The multifocal lens implant isn’t right for everyone. It doesn’t work well if a person has too much astigmatism, or other problems involving the cornea, retina, or optic nerve. For several reasons, patients who have previously had refractive surgery, such as LASIK or radial keratotomy, are not good candidates. Finally, your individual lifestyle and activities should be considered. Reducing the need to wear glasses is not a priority for everyone, and since there are some tradeoffs and added costs, the multifocal lens implant would not be important for these individuals. Remember that both multifocal and standard monofocal artificial lenses will provide excellent vision with glasses following cataract surgery. The difference is in what you can see when you aren’t wearing glasses.
Toric Lens Implants for Astigmatism
Like nearsightedness, astigmatism describes a common type of natural blur in healthy eyes that is corrected by wearing eyeglasses. It results from an inherited, imperfect optical shape of the cornea, the clear front window of the eye. The shape of your cornea should be perfectly round, but if is more oblong (like the back of a spoon) instead of spherical, then it will mis-focus details causing your natural vision to be blurrier compared to patients without astigmatism. The more astigmatism one has, the blurrier the vision is without eyeglasses and there is no advantage to astigmatism because it adds natural blur to every focal distance (both near and far). Corrective eyeglasses compensate for this corneal shape to optically correct this blur and to properly focus eyes with astigmatism.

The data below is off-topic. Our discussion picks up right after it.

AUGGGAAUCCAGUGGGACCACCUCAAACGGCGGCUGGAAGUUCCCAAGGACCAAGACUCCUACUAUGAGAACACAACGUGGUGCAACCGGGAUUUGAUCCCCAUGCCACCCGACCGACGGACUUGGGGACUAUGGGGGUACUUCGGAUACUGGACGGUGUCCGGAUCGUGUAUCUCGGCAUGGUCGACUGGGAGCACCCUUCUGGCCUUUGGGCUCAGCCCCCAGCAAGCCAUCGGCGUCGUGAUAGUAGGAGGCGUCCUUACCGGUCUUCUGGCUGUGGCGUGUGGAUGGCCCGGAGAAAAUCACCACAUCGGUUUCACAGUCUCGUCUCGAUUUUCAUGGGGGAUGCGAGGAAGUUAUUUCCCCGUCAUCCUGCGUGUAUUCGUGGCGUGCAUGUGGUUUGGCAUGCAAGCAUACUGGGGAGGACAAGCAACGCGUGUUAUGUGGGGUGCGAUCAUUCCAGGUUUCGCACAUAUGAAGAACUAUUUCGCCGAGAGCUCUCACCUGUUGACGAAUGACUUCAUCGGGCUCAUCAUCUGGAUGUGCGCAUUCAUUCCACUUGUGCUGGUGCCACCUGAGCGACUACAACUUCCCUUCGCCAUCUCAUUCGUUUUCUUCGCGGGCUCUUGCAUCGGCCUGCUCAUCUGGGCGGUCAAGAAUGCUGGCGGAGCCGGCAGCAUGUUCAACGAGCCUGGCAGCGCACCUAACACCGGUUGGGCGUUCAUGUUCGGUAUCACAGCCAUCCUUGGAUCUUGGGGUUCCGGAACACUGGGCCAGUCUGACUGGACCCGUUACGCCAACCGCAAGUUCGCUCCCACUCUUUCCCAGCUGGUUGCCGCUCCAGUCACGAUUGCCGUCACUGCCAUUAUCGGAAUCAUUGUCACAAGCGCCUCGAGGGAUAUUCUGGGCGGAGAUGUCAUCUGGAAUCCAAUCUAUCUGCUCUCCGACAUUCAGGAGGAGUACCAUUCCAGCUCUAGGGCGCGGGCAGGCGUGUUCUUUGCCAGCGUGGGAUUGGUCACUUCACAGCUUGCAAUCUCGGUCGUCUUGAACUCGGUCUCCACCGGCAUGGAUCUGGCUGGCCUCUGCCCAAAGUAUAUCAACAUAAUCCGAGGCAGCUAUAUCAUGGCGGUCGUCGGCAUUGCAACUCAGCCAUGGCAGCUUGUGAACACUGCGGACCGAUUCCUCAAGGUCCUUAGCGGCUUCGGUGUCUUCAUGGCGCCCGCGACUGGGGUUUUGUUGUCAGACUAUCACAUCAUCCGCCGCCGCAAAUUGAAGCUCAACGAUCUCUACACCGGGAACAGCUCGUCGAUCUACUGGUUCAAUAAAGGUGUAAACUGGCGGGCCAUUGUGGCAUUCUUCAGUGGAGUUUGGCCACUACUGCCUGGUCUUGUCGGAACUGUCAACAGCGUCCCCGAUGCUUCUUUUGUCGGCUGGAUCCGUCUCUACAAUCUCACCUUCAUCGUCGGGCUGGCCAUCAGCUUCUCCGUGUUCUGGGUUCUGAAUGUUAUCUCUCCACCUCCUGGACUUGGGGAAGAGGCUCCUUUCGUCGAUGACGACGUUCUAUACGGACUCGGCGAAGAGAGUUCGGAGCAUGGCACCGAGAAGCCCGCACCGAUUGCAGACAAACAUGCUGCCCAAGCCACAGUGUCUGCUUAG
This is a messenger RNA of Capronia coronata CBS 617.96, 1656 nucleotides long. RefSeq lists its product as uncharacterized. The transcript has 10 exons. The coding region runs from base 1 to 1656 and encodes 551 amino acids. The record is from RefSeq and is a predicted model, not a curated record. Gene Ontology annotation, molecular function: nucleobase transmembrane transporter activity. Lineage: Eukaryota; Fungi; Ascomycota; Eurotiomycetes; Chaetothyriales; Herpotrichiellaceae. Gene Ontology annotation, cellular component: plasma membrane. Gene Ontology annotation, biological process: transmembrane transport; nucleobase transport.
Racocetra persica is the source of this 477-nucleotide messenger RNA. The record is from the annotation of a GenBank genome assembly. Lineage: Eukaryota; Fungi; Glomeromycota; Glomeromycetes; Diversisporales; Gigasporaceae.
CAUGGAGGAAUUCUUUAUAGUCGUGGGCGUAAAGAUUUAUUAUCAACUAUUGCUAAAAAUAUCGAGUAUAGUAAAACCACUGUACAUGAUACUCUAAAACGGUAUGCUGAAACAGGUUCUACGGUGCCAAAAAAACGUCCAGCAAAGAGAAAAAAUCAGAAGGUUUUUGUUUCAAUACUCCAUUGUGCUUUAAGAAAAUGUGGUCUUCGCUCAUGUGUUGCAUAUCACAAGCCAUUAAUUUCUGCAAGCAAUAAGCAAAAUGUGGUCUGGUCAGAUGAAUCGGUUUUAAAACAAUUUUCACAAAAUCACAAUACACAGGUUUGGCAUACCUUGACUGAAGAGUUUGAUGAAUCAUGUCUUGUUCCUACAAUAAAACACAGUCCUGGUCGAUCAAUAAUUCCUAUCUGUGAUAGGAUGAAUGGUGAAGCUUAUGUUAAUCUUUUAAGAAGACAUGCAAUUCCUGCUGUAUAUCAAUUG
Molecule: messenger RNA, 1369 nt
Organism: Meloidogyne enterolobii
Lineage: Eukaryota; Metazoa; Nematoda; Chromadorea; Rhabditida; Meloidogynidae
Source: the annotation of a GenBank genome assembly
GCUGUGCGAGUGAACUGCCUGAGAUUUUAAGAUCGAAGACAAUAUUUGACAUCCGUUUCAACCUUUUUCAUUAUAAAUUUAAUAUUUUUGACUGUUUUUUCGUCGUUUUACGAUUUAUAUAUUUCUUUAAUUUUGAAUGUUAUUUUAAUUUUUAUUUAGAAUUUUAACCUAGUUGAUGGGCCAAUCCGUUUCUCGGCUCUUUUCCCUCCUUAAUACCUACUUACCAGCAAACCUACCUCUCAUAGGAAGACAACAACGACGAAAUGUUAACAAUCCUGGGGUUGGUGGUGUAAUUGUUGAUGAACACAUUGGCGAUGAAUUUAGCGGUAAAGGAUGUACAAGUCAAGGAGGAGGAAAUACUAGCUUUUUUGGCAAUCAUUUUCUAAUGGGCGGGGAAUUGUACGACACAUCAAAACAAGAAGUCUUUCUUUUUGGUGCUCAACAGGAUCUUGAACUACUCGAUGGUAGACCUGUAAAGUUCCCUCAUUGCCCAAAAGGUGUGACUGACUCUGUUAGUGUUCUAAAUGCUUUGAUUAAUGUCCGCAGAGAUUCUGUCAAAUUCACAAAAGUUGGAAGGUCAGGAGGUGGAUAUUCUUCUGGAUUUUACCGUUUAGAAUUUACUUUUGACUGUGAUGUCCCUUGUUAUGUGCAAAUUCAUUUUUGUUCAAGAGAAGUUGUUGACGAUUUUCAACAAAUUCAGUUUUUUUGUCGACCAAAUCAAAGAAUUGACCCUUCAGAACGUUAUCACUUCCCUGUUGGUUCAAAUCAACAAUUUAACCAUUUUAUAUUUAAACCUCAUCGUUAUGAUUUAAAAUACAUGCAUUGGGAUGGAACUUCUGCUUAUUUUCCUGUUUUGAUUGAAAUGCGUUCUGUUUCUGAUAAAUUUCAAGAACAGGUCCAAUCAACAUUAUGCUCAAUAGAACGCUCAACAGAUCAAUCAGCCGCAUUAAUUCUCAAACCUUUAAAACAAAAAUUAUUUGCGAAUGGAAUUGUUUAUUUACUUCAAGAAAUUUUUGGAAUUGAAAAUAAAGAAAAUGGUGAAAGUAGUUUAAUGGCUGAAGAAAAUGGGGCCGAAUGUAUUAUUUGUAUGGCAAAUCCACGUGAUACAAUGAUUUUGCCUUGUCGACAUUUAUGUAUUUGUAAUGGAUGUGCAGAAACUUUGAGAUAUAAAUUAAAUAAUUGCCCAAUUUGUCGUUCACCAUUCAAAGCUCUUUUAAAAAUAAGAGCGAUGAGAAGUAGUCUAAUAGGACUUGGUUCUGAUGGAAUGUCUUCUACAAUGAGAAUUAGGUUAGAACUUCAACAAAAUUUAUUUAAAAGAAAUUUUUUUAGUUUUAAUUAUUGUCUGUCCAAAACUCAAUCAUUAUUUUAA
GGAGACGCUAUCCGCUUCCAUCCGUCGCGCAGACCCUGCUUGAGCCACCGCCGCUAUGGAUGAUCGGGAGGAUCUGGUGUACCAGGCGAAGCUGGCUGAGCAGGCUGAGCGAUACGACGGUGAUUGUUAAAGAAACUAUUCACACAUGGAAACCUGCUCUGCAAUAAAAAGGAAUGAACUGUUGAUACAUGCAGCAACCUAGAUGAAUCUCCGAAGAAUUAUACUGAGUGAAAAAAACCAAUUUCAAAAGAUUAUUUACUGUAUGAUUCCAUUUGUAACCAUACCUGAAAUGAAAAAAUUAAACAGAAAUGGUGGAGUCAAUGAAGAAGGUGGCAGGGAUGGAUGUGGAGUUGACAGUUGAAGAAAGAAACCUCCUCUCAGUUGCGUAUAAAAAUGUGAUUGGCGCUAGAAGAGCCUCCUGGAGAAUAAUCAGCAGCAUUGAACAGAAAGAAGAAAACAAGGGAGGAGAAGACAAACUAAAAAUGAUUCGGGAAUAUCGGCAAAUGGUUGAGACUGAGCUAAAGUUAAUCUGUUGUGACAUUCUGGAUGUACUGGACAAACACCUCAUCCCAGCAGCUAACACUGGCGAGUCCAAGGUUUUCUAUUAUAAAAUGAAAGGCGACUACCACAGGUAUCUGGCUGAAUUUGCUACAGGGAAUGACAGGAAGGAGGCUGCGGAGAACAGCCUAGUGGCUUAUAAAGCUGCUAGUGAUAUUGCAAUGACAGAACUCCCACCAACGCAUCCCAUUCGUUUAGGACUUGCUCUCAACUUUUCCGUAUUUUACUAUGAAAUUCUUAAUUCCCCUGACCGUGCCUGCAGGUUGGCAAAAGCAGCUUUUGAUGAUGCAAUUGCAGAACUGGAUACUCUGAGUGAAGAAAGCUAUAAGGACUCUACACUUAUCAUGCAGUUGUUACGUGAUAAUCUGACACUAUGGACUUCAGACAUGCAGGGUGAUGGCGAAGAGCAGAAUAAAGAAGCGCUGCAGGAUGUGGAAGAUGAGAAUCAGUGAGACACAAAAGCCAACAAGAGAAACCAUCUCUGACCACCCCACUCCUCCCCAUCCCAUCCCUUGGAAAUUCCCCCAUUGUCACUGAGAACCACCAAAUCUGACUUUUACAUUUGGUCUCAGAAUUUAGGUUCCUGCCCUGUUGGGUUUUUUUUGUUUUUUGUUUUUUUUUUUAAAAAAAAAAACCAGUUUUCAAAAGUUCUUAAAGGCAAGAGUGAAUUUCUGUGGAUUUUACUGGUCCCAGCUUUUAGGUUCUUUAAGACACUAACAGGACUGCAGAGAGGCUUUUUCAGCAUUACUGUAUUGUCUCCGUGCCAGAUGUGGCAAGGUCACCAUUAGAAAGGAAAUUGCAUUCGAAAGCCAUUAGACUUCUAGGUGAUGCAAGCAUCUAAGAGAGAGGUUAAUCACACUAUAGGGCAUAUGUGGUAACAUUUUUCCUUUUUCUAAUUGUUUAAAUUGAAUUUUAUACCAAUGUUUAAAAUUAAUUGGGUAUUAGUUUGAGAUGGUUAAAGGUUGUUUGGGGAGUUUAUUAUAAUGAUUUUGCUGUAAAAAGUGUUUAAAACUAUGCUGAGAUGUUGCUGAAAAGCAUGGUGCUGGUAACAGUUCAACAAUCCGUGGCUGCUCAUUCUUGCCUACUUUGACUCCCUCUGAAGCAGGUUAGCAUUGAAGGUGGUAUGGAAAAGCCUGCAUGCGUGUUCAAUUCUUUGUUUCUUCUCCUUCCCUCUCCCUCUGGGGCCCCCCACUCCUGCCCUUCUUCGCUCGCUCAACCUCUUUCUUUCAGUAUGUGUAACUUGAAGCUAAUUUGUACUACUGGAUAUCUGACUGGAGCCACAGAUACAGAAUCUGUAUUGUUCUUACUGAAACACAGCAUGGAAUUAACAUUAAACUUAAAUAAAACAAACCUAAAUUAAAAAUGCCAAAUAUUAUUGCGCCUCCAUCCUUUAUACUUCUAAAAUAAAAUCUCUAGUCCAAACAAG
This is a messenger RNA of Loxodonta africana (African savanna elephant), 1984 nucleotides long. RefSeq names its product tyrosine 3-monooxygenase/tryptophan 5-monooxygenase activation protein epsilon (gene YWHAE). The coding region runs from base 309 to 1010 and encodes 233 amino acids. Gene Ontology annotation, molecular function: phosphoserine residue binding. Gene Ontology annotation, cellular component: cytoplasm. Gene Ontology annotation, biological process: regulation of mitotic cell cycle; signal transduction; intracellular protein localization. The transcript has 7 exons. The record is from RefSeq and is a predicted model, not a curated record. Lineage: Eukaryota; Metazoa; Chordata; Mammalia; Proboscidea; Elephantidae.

Although it has nothing to do with cataracts, astigmatism can be reduced or nearly eliminated at the same time that cataract surgery is done. By mapping your corneal shape with a diagnostic technology called corneal topography, we can calculate the amount of astigmatism correction that your eye should require in eyeglasses following cataract surgery. We can then incorporate this amount of astigmatism correction into the artificial lens that is selected for your cataract surgery. This is called a toric lens implant and it represents a more customized permanent lens implant for your eye. The experience of the surgeon is important so that the toric lens implant is positioned in an orientation that best neutralizes the astigmatism from the cornea. We incorporate a safe and painless diagnostic technology (called “ORA”) in the operating room to guide optimal alignment of the lens.
The toric lens may not correct all of the astigmatism, especially if it is severe. Weaker eyeglasses can correct whatever astigmatism remains. In addition, like the conventional lens implant, the toric lens is still a “single focus” lens and therefore reading glasses must still be used if the distance eyesight is good. However, toric lens implants allow appropriate patients to see better whenever they are not wearing eyeglasses. As a result any eyeglasses worn will be less strong and potentially more comfortable to wear. For example, over-the-counter reading glasses or non-prescription sunglasses should work much better if your astigmatism is minimized. Finally, compared to the conventional lens implant, the toric lens does improve the “depth of focus” for patients with astigmatism. Although it can change very slightly in some eyes with age, astigmatism won’t go away on its own, and therefore the benefit of the toric lens implant should be life-long.
Toric lens implants pose no additional medical risk and are perfectly safe. Because they are still a single-focus lens, they do not introduce any halos. As with multifocal lens implants, they do not require the cataract surgery to be performed any differently and do not effectively lengthen the surgical time. Although the surgical recovery is no different, patients with astigmatism do see better with toric lens implants during the early postoperative period when they have not yet received new prescription eyeglasses.